Now, as a composer who likes writing for the piano or violin from time to time, I appreciate the fact that we will have more pianists and violinists among us in the future. And, as I have noted often here, I strongly appreciate the fact that many of those violinists and pianists will be best-meaning-of-the-word-amateurs. But I do wish to add two caveats. The first is that the orchestra (professional or amateur) relatively rarely uses pianos and though there can be many violins, we need violas and bassoons and horns as well. A world full of "Chinese Mothered" violinists and pianists will be a world in which violists, bassoonists and horn players will be valued more highly. (The "Chinese Mother" appears not always to be wise about economics.) The second caveat is that I want to work with and listen to musicians who are not only mechanically competent, but are honestly interested in the music and, generally speaking, cheerful rather than fearful about music-making. Unfortunately the tactical application of fear appears to be a major element of Prof. Chua's pedagogy; in all my experience of music, I have never seen any necessity for fear as an element in its production.

Thursday, January 20, 2011

From rules to practice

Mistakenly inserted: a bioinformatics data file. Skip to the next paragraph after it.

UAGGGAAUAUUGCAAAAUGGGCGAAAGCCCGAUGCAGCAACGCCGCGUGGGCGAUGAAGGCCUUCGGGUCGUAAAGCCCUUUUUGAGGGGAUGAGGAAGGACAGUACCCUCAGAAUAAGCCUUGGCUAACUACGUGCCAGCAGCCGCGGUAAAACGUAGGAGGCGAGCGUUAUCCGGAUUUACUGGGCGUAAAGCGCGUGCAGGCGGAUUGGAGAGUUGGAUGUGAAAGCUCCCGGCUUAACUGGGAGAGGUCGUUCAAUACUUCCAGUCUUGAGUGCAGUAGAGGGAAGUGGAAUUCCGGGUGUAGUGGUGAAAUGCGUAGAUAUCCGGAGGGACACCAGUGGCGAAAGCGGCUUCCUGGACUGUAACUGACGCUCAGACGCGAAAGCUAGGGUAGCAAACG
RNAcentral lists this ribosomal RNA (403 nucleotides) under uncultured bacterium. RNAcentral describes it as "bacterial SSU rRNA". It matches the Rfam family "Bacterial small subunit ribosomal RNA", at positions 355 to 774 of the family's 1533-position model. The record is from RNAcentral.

The typographic "rule" that one should not (that is, never) separate two sentences with more than a single space (as opposed to the "rule" that one should (that is, always) separate two sentences with two spaces) has received some on-line attention of late. (For example here, with countless arguments for and against scattered through the 'sphere.) While the issue here is, ultimately, trivial, the exercise, Ithinks, is a useful one, a reminder of how often we confuse habitual practice with compulsion or necessity. Classical musicians, for example, get trained in the "common practice", a body of technique roughly identifiable with German/Austrian practice from the middle of the eighteenth century onward for some century and a half or so. While this is a remarkable slice of repertoire and the pedagogical tradition which has grown around it is remarkable in its own way, I think that that technique only really becomes its most exciting when one teases, no digs into, the edges of that repertoire, or — better yet — entertains the possible insights and advantages of traditions which are, with regard to the common line, heterodox. My favorite example of such an uncommon practice comes in works of Berlioz (a composer who, if I weren't avoiding the ten best/ ten most influential business would have a lock on a place in either list) who had absorbed the alternative tonal practices of the revolutionary era composers as well as aspects of text setting in French to derive a tonal practice that in terms of voice leading, harmonic rhythm, metric stress etc. continues to place the common practice in vivid relief. Resolve a 4/2 dominant to the 5/3 tonic? Sure. Use a mediant as a substitute for a dominant? Why not? Sustain passages with only the voicing of a chord changing? Of course! The compositional space between rules closely cut to a particular era's local tradition and all the possible resettings of the parameters in such rules is huge and — pace Schoenberg — that's where there's still plenty of good music to be made.